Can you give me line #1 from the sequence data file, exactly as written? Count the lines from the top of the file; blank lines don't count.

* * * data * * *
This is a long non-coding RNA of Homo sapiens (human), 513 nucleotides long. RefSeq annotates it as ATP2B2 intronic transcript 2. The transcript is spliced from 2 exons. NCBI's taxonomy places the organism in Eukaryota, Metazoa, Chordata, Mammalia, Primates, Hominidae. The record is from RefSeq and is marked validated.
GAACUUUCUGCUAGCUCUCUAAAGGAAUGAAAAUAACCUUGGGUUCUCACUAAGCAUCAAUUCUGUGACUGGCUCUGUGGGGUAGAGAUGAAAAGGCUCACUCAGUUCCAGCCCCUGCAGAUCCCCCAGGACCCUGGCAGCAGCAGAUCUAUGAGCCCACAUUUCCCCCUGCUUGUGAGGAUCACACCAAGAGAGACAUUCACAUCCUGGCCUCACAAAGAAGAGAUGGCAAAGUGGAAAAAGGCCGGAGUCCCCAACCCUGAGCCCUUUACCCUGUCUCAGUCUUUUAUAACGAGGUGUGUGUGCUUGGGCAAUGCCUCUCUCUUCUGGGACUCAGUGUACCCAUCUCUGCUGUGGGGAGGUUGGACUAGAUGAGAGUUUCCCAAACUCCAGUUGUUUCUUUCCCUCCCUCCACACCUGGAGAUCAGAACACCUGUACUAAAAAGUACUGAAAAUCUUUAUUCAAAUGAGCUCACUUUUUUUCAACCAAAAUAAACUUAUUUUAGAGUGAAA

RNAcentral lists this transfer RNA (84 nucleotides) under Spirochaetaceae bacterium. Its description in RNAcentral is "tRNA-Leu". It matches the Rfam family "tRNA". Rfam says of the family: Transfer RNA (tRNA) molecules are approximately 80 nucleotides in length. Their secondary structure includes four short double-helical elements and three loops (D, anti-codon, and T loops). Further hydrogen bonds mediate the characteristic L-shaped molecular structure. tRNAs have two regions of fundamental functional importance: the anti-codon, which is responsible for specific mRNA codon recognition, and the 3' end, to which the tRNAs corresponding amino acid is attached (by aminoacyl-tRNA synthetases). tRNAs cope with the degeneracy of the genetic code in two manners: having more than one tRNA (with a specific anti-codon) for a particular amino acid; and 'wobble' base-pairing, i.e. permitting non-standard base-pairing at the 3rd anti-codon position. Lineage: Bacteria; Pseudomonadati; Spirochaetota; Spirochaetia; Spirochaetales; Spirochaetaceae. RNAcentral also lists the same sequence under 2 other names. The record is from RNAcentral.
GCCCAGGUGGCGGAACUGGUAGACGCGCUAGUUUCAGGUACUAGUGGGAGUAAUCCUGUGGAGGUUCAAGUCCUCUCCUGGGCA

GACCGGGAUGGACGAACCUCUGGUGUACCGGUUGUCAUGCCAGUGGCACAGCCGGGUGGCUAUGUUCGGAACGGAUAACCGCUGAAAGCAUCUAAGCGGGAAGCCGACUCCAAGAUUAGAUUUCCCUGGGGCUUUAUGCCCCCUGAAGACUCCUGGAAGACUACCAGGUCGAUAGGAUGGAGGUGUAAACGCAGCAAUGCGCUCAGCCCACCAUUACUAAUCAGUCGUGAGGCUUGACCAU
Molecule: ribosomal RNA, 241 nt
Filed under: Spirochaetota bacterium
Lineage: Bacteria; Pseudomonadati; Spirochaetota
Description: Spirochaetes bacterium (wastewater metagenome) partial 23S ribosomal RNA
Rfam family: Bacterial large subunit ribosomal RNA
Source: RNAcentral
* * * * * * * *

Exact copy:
This is a long non-coding RNA of Homo sapiens (human), 513 nucleotides long. RefSeq annotates it as ATP2B2 intronic transcript 2. The transcript is spliced from 2 exons. NCBI's taxonomy places the organism in Eukaryota, Metazoa, Chordata, Mammalia, Primates, Hominidae. The record is from RefSeq and is marked validated.